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I need to call a function whose name is available in a string in python eg:

   [(x, y) for x in [1,2,3] for y in [3,1,4] if x != y]

I need to execute the above statement but the variable count may increase according to user input any idea?

Another Example :

a = "for y in range(2,20):print y"

I need to execute the above string as a python command

Actual Problem is no of loops and variable may increase depends upon the input somtimes i wnat to iterate over 3 item so 3 loops sometime 4 item then 4 loops so i figured out this way if i generate string with the variables and if i can execute it problem can be solved

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closed as not a real question by Spacedman, Brian Roach, Marcin, Sven Marnach, interjay Apr 9 '12 at 14:17

It's difficult to tell what is being asked here. This question is ambiguous, vague, incomplete, overly broad, or rhetorical and cannot be reasonably answered in its current form. For help clarifying this question so that it can be reopened, visit the help center. If this question can be reworded to fit the rules in the help center, please edit the question.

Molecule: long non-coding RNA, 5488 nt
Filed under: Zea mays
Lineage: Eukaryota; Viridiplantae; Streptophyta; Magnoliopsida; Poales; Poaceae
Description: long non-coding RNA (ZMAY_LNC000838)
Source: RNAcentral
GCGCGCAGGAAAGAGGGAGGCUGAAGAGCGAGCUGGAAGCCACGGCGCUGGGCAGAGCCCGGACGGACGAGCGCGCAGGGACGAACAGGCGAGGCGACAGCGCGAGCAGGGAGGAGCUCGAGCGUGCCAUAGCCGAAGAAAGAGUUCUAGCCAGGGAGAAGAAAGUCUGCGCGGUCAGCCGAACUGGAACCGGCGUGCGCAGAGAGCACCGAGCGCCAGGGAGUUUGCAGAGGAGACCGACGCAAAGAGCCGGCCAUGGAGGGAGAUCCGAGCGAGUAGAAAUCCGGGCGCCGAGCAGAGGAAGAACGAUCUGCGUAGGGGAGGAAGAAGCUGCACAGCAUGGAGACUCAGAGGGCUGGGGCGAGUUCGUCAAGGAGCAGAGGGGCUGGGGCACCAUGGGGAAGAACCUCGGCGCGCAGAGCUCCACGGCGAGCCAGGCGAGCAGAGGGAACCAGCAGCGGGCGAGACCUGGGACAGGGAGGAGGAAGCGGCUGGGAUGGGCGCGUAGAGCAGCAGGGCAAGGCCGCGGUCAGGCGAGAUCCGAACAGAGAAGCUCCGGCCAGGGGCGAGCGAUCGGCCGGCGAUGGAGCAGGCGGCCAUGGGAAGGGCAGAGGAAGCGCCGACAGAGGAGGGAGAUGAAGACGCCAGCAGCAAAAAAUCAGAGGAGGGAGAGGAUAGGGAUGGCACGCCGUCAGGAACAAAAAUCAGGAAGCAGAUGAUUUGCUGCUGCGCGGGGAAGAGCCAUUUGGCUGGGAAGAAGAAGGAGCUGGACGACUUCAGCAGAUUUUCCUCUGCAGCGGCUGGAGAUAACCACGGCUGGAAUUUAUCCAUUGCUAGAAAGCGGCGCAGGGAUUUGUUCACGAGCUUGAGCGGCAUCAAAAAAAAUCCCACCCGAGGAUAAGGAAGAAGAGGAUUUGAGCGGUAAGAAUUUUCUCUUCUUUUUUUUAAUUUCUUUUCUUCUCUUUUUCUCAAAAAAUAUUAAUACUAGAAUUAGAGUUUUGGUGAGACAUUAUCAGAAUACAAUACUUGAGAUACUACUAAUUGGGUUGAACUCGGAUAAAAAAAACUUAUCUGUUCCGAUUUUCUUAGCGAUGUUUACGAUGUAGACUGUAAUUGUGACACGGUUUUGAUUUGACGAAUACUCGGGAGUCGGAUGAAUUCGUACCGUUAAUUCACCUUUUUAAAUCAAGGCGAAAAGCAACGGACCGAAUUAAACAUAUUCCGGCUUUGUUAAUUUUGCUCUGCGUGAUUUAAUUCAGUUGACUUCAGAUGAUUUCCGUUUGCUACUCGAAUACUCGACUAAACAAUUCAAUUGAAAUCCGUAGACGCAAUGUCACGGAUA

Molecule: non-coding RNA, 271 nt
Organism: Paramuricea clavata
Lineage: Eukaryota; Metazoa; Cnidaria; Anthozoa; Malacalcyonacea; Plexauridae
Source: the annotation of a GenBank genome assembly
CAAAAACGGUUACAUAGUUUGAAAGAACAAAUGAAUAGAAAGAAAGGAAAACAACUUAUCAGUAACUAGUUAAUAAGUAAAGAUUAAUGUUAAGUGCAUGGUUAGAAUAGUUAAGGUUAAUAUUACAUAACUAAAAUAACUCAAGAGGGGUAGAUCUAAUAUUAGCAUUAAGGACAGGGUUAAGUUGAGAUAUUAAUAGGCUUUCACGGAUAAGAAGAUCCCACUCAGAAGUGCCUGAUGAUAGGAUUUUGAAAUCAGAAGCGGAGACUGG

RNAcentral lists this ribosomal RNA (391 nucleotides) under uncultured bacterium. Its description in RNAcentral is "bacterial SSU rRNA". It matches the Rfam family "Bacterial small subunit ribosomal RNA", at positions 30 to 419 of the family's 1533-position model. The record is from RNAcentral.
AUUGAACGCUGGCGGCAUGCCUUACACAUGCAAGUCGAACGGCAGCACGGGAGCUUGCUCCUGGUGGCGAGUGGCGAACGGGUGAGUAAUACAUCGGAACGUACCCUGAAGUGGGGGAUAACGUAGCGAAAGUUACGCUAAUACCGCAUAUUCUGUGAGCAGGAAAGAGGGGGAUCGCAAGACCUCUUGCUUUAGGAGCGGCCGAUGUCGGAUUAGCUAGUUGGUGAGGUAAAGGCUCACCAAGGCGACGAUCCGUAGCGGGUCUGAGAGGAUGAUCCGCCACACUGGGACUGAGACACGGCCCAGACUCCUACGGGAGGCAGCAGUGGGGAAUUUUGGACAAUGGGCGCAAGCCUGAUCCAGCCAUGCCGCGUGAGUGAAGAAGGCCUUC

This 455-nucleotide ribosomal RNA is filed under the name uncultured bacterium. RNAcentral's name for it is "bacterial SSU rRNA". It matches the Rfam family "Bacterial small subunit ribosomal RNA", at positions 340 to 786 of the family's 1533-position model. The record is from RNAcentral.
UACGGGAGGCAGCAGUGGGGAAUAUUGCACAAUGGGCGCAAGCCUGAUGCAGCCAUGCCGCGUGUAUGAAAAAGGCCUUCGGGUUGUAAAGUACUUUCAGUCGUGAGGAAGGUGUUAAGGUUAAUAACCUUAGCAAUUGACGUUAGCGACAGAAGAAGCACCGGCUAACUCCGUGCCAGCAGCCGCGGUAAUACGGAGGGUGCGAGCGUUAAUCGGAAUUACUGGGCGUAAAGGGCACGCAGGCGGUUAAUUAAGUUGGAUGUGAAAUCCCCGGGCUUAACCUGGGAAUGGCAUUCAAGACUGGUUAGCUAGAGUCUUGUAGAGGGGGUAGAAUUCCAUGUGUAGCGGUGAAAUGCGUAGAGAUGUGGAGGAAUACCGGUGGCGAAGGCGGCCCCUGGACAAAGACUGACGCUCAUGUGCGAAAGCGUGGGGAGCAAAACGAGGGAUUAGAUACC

2  
Err, where's the string? –  kennytm Apr 9 '12 at 14:09
1  
And where's the function? –  Spacedman Apr 9 '12 at 14:10
    
You said the variable count may increase, do you mean the list? Can you explain again what do you want? –  George Apr 9 '12 at 14:12
    
getattr docs.python.org/library/functions.html#getattr is what you need, your question is very low quality though... –  jamylak Apr 9 '12 at 14:12
1  
err... uhm.... WAT –  Not_a_Golfer Apr 9 '12 at 14:13

1 Answer 1

up vote 3 down vote accepted

The built-in eval function is what you are looking for:

s = "[(x, y) for x in [1,2,3] for y in [3,1,4] if x != y]"
result = eval(s)

If you want variables, you can use the locals argument:

>>> eval("s.upper()",{'s':'hello'})
'HELLO'

If you want to execute statements instead of evaluating expressions, use exec:

>>> a = "for y in range(2,20):print y"
>>> exec a
2
3
...
19
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You may want to suggest a warning or two about security? Eval is good, but only in a controlled environment. –  Droogans Apr 9 '12 at 14:17
    
eval doesn't seems to work in the way i want what i given the above string to eval it resulted in syntax error –  Sreevisakh Apr 9 '12 at 14:20
    
@Droogans: Right. I hope input is not from an untrusted user :) –  Krumelur Apr 9 '12 at 14:21
1  
@Sreev If you have a statement, use exec instead. Only expressions can be evaluated with eval. "for" and "print" are examples of statements. –  Krumelur Apr 9 '12 at 14:22

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